The Weather in Books Tag

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I saw Lisa from Way Too Fantasy do this tag and it looked like a fun one! I have no idea who its creator is, so if anyone knows, drop me a note!

And speaking of weather, we’ve finally gone from Fire, Smoke, and Lung Cancer to rain–sweet, glorious rain–so that’s something! My sincerest condolences to those who lost their homes in a fire this summer. And an equally sincere F-U to a certain leader of a country who claims that Canadian lumber has been the cause of U.S. fires. Because global warming isn’t a thing, apparently, and neither is thinking. So–

*Furious cutting gestures from my imaginary assistant who’s hoisting up a sign that says ‘NO POLITICAL RANTS’*

…So yeah, tags! Fun, stress-free, non-political tags. That are about books.

Let’s get to it! 😀

 

☀️ Sunshine:  A Book That Made You Smile

The Adventure ZoneI don’t know what it says about me that this one took me the longest to come up with (a lie–I’m pretty sure I know what what says about me). The McElroys never fail to make me smile and laugh and there is a lot to smile and laugh about in their graphic novel adaptation of The Adventure Zone podcast. Even though I already know the story, I had a blast reading through it. The art is super charming and adorable and captures the humour of the “story” perfectly. I’ll definitely do a review on it sometime in the near future…Hopefully. *Glumly eyes my pile of unfinished reviews*

 

🌧️ Rain:  A Book You Couldn’t Put Down

Lies of Locke

I’m finding it harder to pull all-nighters with books as I get older, but Scott Lynch’s The Gentleman Bastards series is one I have no trouble doing it with. The combination of fun, eclectic characters, brilliant worldbuilding, and the best banter makes The Lies of Locke Lamora as addicting as any drug.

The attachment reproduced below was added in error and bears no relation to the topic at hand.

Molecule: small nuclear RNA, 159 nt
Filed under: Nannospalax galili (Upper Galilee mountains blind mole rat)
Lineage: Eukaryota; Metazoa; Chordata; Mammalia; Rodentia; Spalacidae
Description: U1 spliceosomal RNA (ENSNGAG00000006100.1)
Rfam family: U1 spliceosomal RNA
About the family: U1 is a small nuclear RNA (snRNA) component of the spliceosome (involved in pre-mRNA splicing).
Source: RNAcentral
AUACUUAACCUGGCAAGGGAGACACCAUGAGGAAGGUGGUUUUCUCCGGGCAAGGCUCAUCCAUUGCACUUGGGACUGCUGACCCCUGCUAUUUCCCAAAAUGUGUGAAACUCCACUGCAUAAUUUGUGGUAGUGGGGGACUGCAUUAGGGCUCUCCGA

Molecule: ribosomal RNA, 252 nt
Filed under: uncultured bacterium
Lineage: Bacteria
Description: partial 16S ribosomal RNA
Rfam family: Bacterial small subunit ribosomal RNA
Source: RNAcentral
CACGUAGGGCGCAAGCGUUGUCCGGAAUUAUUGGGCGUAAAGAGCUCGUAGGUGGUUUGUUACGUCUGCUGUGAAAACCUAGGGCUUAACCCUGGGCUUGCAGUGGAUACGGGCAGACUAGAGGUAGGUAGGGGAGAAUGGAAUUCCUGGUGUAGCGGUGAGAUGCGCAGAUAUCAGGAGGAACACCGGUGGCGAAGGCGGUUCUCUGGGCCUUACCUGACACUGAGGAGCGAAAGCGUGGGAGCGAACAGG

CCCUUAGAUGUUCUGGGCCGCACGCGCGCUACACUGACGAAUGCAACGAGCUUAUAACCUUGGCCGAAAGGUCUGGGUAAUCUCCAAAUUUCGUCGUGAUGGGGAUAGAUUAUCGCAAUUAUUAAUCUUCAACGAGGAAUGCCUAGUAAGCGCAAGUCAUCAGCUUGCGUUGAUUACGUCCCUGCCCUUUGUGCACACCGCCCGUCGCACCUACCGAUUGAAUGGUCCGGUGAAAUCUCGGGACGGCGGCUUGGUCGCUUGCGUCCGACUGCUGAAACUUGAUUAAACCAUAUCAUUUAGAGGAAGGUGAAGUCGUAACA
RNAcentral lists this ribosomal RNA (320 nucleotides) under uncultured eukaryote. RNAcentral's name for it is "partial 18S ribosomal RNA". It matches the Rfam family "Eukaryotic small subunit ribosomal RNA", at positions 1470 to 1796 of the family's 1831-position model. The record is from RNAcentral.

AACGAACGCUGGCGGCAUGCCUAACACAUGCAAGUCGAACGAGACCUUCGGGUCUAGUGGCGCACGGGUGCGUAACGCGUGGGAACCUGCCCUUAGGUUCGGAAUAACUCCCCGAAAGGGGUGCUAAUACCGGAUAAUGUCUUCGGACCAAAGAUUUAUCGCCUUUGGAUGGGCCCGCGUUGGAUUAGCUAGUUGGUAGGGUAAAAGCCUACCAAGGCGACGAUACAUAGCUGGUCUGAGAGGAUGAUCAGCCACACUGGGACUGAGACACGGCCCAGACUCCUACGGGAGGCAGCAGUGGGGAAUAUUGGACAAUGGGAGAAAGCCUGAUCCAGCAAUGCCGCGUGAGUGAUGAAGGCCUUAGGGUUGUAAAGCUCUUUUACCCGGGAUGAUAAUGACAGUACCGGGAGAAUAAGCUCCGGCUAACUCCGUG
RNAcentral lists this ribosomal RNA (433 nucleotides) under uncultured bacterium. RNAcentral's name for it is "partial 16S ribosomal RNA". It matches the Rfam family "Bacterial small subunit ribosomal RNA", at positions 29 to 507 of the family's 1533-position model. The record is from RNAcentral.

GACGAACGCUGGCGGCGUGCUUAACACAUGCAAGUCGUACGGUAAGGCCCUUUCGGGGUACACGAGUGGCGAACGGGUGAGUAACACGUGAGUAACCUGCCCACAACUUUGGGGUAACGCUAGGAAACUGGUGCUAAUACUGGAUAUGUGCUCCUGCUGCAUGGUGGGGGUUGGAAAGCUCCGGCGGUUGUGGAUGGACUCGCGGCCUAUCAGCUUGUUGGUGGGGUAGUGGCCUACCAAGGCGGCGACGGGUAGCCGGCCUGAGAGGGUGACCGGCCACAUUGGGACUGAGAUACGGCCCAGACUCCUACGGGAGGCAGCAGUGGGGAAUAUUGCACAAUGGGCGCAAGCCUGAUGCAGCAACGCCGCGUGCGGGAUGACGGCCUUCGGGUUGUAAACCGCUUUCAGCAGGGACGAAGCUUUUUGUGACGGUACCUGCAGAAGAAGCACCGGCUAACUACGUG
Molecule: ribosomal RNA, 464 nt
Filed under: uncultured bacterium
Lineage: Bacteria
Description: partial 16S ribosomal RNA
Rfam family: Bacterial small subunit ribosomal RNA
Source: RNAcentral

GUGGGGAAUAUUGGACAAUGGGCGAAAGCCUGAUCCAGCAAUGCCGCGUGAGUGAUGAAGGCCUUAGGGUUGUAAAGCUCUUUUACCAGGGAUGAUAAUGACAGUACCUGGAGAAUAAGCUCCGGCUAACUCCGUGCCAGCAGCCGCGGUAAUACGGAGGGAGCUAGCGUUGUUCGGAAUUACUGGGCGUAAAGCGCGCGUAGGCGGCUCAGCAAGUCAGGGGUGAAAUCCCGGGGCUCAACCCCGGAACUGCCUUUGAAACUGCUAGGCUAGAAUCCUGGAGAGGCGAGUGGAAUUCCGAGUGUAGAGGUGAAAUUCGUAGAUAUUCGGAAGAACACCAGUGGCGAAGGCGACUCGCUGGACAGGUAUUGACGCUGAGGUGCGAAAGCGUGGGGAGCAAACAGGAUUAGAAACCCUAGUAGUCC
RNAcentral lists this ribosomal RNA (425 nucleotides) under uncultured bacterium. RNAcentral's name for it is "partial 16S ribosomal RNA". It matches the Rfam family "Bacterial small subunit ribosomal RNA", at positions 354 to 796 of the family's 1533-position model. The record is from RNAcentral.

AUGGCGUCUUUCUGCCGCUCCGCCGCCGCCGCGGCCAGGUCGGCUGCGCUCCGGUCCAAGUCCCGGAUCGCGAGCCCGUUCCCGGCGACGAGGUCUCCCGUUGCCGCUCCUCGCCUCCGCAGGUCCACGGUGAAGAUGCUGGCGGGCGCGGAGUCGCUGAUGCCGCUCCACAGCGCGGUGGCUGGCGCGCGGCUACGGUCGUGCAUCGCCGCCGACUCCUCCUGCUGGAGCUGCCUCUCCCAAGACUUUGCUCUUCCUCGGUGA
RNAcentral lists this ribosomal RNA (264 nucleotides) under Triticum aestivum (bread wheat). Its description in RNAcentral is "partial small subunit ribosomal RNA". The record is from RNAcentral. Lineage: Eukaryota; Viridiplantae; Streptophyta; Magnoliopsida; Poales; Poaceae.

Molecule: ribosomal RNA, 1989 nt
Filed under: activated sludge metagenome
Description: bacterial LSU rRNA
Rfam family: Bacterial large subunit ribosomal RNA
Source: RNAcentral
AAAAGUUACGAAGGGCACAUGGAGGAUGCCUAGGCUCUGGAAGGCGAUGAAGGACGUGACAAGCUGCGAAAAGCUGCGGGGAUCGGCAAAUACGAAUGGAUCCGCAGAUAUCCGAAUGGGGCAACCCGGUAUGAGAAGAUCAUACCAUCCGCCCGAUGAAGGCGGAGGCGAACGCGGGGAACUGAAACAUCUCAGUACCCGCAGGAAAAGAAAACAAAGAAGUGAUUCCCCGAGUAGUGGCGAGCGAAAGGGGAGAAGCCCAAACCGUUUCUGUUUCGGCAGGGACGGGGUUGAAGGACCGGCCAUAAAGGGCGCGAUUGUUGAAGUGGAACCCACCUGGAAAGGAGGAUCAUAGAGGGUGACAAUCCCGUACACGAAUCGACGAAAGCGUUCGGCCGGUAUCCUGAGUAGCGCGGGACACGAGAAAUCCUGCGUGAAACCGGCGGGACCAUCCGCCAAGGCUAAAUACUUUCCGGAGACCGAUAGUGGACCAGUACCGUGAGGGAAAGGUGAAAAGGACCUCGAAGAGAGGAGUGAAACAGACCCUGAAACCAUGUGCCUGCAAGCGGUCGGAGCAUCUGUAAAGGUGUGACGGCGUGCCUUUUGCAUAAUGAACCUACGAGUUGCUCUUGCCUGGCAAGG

🌬️ Wind:  A Book That Blew You Away

Baru

There are a lot of books that fit the bill, but I’ll choose this one since its sequel isn’t too far away.

I dislike economics with a passion. I hated learning about it (in the one elective class I took in undergrad) and I hate reading about it fiction. The Traitor Baru Cormorant not only made me like the economics aspect of the story, it made me invested (excuse the pun) in it, it made me chomping at the bits to know more. That’s sorcery. Pure and simple. And I would just like to know what blood sacrifices Seth Dickinson is making to which god, because I could really use some of that magic myself.

 

☁️ Hurricane:  A Tragic Book

At swim, two boys

There are books that make me cry, and then there are books that make me sob until I’m hobbling around in a state of complete exhaustion. Guess which category this belongs to?

Reading At Swim, Two Boys was like being pummeled by a rock slide and then flattened with a sledgehammer for good measure. And the funny thing is, most of the story isn’t tragic. Set in Ireland against a WW1 backdrop, it’s a tale of hope, friendship, and love, complete with beautiful characterization, heartaching prose, and quite a bit of humour. There’s nothing to suggest–Well, okay, maybe the “WW1” bit.

Anyhow, the book is a must read for all lovers of historical fiction and/or LGBTQIAP+ fiction. Just arm yourself with alcohol/chocolate/comfort food and a bucket beforehand.

 

❄️ Blizzard:  A Book You Had High Expectations For

The Final Descent.jpg

I could write a dissertation on the sheer brilliance of the first three books in this series and then write an equally long paper on how disappointed I was with this fourth and final book. The Monstrumologist series is a 19th century gothic horror story that follows the lives of an orphaned boy named Will Henry and his ward, Dr. Pellinore Warthrop, a man dedicated to the science of monsters. It’s gruesome, the writing is drop-dead gorgeous, and the characters are drawn with exquisite complexity.

So I expected much of the same for Book 4. Instead, I got the last season of a TV show that knows it’s getting cancelled so it tries to wrap everything up while also adding in new stuff because hell, we’re getting canned anyway, might as well be experimental.

The series is still one of my favourites of all time and I’ve listened to the audiobooks more times than I can count. I just, uh, pretend this last one doesn’t exist.